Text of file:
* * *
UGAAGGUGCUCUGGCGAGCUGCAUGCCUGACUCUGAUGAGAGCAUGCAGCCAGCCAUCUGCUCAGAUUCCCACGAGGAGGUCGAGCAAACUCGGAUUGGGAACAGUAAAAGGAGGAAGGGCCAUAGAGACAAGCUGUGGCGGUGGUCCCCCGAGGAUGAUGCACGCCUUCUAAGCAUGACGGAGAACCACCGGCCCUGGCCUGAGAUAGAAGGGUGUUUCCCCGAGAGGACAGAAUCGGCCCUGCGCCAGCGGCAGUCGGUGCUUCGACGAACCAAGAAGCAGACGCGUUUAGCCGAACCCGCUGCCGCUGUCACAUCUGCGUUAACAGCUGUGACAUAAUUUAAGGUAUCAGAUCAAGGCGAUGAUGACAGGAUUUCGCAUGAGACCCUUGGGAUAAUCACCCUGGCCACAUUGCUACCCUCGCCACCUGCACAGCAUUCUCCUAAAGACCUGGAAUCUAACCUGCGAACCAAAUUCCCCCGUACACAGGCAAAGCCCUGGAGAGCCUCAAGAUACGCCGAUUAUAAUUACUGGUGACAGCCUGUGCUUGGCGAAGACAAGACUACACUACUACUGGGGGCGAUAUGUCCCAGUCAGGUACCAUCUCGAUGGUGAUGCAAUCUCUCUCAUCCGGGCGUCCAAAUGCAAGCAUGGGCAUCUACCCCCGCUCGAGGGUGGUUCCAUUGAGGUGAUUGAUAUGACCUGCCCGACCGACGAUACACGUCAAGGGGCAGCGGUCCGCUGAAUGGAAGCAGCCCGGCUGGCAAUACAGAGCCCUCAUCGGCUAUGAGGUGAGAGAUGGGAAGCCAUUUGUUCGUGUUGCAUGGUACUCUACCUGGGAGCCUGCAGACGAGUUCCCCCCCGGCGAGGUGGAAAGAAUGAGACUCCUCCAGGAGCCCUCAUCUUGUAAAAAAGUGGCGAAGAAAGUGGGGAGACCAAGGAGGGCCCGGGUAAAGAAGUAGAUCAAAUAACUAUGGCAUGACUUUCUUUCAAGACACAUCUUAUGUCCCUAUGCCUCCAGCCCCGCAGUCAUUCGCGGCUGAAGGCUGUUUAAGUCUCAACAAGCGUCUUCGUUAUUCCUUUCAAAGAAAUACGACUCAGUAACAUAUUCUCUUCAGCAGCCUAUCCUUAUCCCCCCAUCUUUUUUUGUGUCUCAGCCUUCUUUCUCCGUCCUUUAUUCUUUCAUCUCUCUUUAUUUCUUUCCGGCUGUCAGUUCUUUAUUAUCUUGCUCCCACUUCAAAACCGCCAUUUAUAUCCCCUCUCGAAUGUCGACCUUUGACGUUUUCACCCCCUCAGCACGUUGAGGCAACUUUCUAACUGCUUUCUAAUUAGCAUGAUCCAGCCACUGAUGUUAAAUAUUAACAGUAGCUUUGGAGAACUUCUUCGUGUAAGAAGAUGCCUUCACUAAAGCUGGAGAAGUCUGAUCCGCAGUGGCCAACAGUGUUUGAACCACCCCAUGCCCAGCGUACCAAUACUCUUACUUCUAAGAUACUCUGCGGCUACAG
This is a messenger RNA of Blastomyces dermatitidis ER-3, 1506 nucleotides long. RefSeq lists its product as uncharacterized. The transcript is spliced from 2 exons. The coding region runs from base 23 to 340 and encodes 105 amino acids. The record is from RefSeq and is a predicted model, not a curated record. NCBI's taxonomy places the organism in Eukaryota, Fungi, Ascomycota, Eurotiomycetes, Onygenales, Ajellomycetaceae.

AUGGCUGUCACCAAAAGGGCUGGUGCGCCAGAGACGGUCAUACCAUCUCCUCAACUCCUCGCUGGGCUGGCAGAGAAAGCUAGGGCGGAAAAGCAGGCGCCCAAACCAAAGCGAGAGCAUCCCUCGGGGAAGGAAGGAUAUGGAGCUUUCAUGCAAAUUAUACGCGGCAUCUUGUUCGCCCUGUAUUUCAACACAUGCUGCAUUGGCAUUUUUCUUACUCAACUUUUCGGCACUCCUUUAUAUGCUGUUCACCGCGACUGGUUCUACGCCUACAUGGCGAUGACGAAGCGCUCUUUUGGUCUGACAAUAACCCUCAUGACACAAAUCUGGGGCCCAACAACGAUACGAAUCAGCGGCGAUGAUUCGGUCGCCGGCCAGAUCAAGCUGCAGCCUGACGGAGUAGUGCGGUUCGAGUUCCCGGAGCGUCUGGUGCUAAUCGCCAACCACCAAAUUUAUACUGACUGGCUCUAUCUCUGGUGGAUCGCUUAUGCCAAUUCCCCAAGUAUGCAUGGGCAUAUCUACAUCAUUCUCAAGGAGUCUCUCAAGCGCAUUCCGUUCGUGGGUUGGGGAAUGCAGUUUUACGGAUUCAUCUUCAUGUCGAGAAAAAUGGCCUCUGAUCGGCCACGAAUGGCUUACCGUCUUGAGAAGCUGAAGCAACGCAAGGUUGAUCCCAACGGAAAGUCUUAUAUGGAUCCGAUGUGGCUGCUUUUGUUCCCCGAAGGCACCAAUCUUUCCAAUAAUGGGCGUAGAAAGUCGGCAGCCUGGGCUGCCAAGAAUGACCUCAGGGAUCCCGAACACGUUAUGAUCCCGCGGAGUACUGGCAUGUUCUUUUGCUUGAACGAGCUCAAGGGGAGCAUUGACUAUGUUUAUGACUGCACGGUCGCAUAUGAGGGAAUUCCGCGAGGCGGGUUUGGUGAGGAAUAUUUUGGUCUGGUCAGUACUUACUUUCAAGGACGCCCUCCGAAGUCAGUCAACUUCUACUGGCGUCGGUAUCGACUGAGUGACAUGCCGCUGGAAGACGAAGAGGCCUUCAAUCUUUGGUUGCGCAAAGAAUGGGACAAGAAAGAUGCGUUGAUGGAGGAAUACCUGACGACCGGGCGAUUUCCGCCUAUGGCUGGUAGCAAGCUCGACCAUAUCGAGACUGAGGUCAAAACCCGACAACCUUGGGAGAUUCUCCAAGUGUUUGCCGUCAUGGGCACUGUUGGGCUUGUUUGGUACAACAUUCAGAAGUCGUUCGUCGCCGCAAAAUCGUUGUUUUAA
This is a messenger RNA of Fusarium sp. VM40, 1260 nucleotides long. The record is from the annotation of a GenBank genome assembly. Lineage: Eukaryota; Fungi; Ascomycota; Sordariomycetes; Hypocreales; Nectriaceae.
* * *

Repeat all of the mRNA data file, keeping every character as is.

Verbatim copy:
UGAAGGUGCUCUGGCGAGCUGCAUGCCUGACUCUGAUGAGAGCAUGCAGCCAGCCAUCUGCUCAGAUUCCCACGAGGAGGUCGAGCAAACUCGGAUUGGGAACAGUAAAAGGAGGAAGGGCCAUAGAGACAAGCUGUGGCGGUGGUCCCCCGAGGAUGAUGCACGCCUUCUAAGCAUGACGGAGAACCACCGGCCCUGGCCUGAGAUAGAAGGGUGUUUCCCCGAGAGGACAGAAUCGGCCCUGCGCCAGCGGCAGUCGGUGCUUCGACGAACCAAGAAGCAGACGCGUUUAGCCGAACCCGCUGCCGCUGUCACAUCUGCGUUAACAGCUGUGACAUAAUUUAAGGUAUCAGAUCAAGGCGAUGAUGACAGGAUUUCGCAUGAGACCCUUGGGAUAAUCACCCUGGCCACAUUGCUACCCUCGCCACCUGCACAGCAUUCUCCUAAAGACCUGGAAUCUAACCUGCGAACCAAAUUCCCCCGUACACAGGCAAAGCCCUGGAGAGCCUCAAGAUACGCCGAUUAUAAUUACUGGUGACAGCCUGUGCUUGGCGAAGACAAGACUACACUACUACUGGGGGCGAUAUGUCCCAGUCAGGUACCAUCUCGAUGGUGAUGCAAUCUCUCUCAUCCGGGCGUCCAAAUGCAAGCAUGGGCAUCUACCCCCGCUCGAGGGUGGUUCCAUUGAGGUGAUUGAUAUGACCUGCCCGACCGACGAUACACGUCAAGGGGCAGCGGUCCGCUGAAUGGAAGCAGCCCGGCUGGCAAUACAGAGCCCUCAUCGGCUAUGAGGUGAGAGAUGGGAAGCCAUUUGUUCGUGUUGCAUGGUACUCUACCUGGGAGCCUGCAGACGAGUUCCCCCCCGGCGAGGUGGAAAGAAUGAGACUCCUCCAGGAGCCCUCAUCUUGUAAAAAAGUGGCGAAGAAAGUGGGGAGACCAAGGAGGGCCCGGGUAAAGAAGUAGAUCAAAUAACUAUGGCAUGACUUUCUUUCAAGACACAUCUUAUGUCCCUAUGCCUCCAGCCCCGCAGUCAUUCGCGGCUGAAGGCUGUUUAAGUCUCAACAAGCGUCUUCGUUAUUCCUUUCAAAGAAAUACGACUCAGUAACAUAUUCUCUUCAGCAGCCUAUCCUUAUCCCCCCAUCUUUUUUUGUGUCUCAGCCUUCUUUCUCCGUCCUUUAUUCUUUCAUCUCUCUUUAUUUCUUUCCGGCUGUCAGUUCUUUAUUAUCUUGCUCCCACUUCAAAACCGCCAUUUAUAUCCCCUCUCGAAUGUCGACCUUUGACGUUUUCACCCCCUCAGCACGUUGAGGCAACUUUCUAACUGCUUUCUAAUUAGCAUGAUCCAGCCACUGAUGUUAAAUAUUAACAGUAGCUUUGGAGAACUUCUUCGUGUAAGAAGAUGCCUUCACUAAAGCUGGAGAAGUCUGAUCCGCAGUGGCCAACAGUGUUUGAACCACCCCAUGCCCAGCGUACCAAUACUCUUACUUCUAAGAUACUCUGCGGCUACAG
This is a messenger RNA of Blastomyces dermatitidis ER-3, 1506 nucleotides long. RefSeq lists its product as uncharacterized. The transcript is spliced from 2 exons. The coding region runs from base 23 to 340 and encodes 105 amino acids. The record is from RefSeq and is a predicted model, not a curated record. NCBI's taxonomy places the organism in Eukaryota, Fungi, Ascomycota, Eurotiomycetes, Onygenales, Ajellomycetaceae.

AUGGCUGUCACCAAAAGGGCUGGUGCGCCAGAGACGGUCAUACCAUCUCCUCAACUCCUCGCUGGGCUGGCAGAGAAAGCUAGGGCGGAAAAGCAGGCGCCCAAACCAAAGCGAGAGCAUCCCUCGGGGAAGGAAGGAUAUGGAGCUUUCAUGCAAAUUAUACGCGGCAUCUUGUUCGCCCUGUAUUUCAACACAUGCUGCAUUGGCAUUUUUCUUACUCAACUUUUCGGCACUCCUUUAUAUGCUGUUCACCGCGACUGGUUCUACGCCUACAUGGCGAUGACGAAGCGCUCUUUUGGUCUGACAAUAACCCUCAUGACACAAAUCUGGGGCCCAACAACGAUACGAAUCAGCGGCGAUGAUUCGGUCGCCGGCCAGAUCAAGCUGCAGCCUGACGGAGUAGUGCGGUUCGAGUUCCCGGAGCGUCUGGUGCUAAUCGCCAACCACCAAAUUUAUACUGACUGGCUCUAUCUCUGGUGGAUCGCUUAUGCCAAUUCCCCAAGUAUGCAUGGGCAUAUCUACAUCAUUCUCAAGGAGUCUCUCAAGCGCAUUCCGUUCGUGGGUUGGGGAAUGCAGUUUUACGGAUUCAUCUUCAUGUCGAGAAAAAUGGCCUCUGAUCGGCCACGAAUGGCUUACCGUCUUGAGAAGCUGAAGCAACGCAAGGUUGAUCCCAACGGAAAGUCUUAUAUGGAUCCGAUGUGGCUGCUUUUGUUCCCCGAAGGCACCAAUCUUUCCAAUAAUGGGCGUAGAAAGUCGGCAGCCUGGGCUGCCAAGAAUGACCUCAGGGAUCCCGAACACGUUAUGAUCCCGCGGAGUACUGGCAUGUUCUUUUGCUUGAACGAGCUCAAGGGGAGCAUUGACUAUGUUUAUGACUGCACGGUCGCAUAUGAGGGAAUUCCGCGAGGCGGGUUUGGUGAGGAAUAUUUUGGUCUGGUCAGUACUUACUUUCAAGGACGCCCUCCGAAGUCAGUCAACUUCUACUGGCGUCGGUAUCGACUGAGUGACAUGCCGCUGGAAGACGAAGAGGCCUUCAAUCUUUGGUUGCGCAAAGAAUGGGACAAGAAAGAUGCGUUGAUGGAGGAAUACCUGACGACCGGGCGAUUUCCGCCUAUGGCUGGUAGCAAGCUCGACCAUAUCGAGACUGAGGUCAAAACCCGACAACCUUGGGAGAUUCUCCAAGUGUUUGCCGUCAUGGGCACUGUUGGGCUUGUUUGGUACAACAUUCAGAAGUCGUUCGUCGCCGCAAAAUCGUUGUUUUAA
This is a messenger RNA of Fusarium sp. VM40, 1260 nucleotides long. The record is from the annotation of a GenBank genome assembly. Lineage: Eukaryota; Fungi; Ascomycota; Sordariomycetes; Hypocreales; Nectriaceae.